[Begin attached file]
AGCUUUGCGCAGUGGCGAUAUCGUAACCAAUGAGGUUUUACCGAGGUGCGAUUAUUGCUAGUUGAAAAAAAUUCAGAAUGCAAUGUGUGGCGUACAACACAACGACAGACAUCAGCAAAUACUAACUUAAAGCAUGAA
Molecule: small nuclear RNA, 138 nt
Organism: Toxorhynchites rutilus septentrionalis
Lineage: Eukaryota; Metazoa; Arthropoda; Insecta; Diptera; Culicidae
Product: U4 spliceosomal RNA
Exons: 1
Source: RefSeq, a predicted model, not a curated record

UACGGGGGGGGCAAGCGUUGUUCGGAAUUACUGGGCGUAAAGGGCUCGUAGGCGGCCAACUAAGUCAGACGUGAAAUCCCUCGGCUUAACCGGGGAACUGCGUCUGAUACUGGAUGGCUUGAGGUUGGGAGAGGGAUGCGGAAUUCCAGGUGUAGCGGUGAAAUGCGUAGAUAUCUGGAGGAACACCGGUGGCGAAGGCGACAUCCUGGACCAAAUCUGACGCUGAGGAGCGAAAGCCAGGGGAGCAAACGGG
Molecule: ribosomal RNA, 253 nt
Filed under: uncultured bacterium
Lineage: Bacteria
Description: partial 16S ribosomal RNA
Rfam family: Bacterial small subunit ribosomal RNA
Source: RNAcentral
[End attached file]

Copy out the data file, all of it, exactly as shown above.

AGCUUUGCGCAGUGGCGAUAUCGUAACCAAUGAGGUUUUACCGAGGUGCGAUUAUUGCUAGUUGAAAAAAAUUCAGAAUGCAAUGUGUGGCGUACAACACAACGACAGACAUCAGCAAAUACUAACUUAAAGCAUGAA
Molecule: small nuclear RNA, 138 nt
Organism: Toxorhynchites rutilus septentrionalis
Lineage: Eukaryota; Metazoa; Arthropoda; Insecta; Diptera; Culicidae
Product: U4 spliceosomal RNA
Exons: 1
Source: RefSeq, a predicted model, not a curated record

UACGGGGGGGGCAAGCGUUGUUCGGAAUUACUGGGCGUAAAGGGCUCGUAGGCGGCCAACUAAGUCAGACGUGAAAUCCCUCGGCUUAACCGGGGAACUGCGUCUGAUACUGGAUGGCUUGAGGUUGGGAGAGGGAUGCGGAAUUCCAGGUGUAGCGGUGAAAUGCGUAGAUAUCUGGAGGAACACCGGUGGCGAAGGCGACAUCCUGGACCAAAUCUGACGCUGAGGAGCGAAAGCCAGGGGAGCAAACGGG
Molecule: ribosomal RNA, 253 nt
Filed under: uncultured bacterium
Lineage: Bacteria
Description: partial 16S ribosomal RNA
Rfam family: Bacterial small subunit ribosomal RNA
Source: RNAcentral